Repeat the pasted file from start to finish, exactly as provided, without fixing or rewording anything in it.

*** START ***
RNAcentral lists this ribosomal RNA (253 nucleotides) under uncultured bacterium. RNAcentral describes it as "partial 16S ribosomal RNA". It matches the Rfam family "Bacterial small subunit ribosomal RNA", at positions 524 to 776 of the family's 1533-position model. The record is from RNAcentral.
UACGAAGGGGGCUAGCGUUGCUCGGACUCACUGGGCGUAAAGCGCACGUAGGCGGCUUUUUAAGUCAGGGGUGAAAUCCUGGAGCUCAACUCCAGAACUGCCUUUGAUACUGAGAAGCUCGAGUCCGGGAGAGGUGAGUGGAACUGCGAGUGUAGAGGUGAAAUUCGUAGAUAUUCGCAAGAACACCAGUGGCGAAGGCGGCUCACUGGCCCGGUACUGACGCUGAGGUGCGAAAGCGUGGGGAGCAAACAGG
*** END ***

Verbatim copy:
RNAcentral lists this ribosomal RNA (253 nucleotides) under uncultured bacterium. RNAcentral describes it as "partial 16S ribosomal RNA". It matches the Rfam family "Bacterial small subunit ribosomal RNA", at positions 524 to 776 of the family's 1533-position model. The record is from RNAcentral.
UACGAAGGGGGCUAGCGUUGCUCGGACUCACUGGGCGUAAAGCGCACGUAGGCGGCUUUUUAAGUCAGGGGUGAAAUCCUGGAGCUCAACUCCAGAACUGCCUUUGAUACUGAGAAGCUCGAGUCCGGGAGAGGUGAGUGGAACUGCGAGUGUAGAGGUGAAAUUCGUAGAUAUUCGCAAGAACACCAGUGGCGAAGGCGGCUCACUGGCCCGGUACUGACGCUGAGGUGCGAAAGCGUGGGGAGCAAACAGG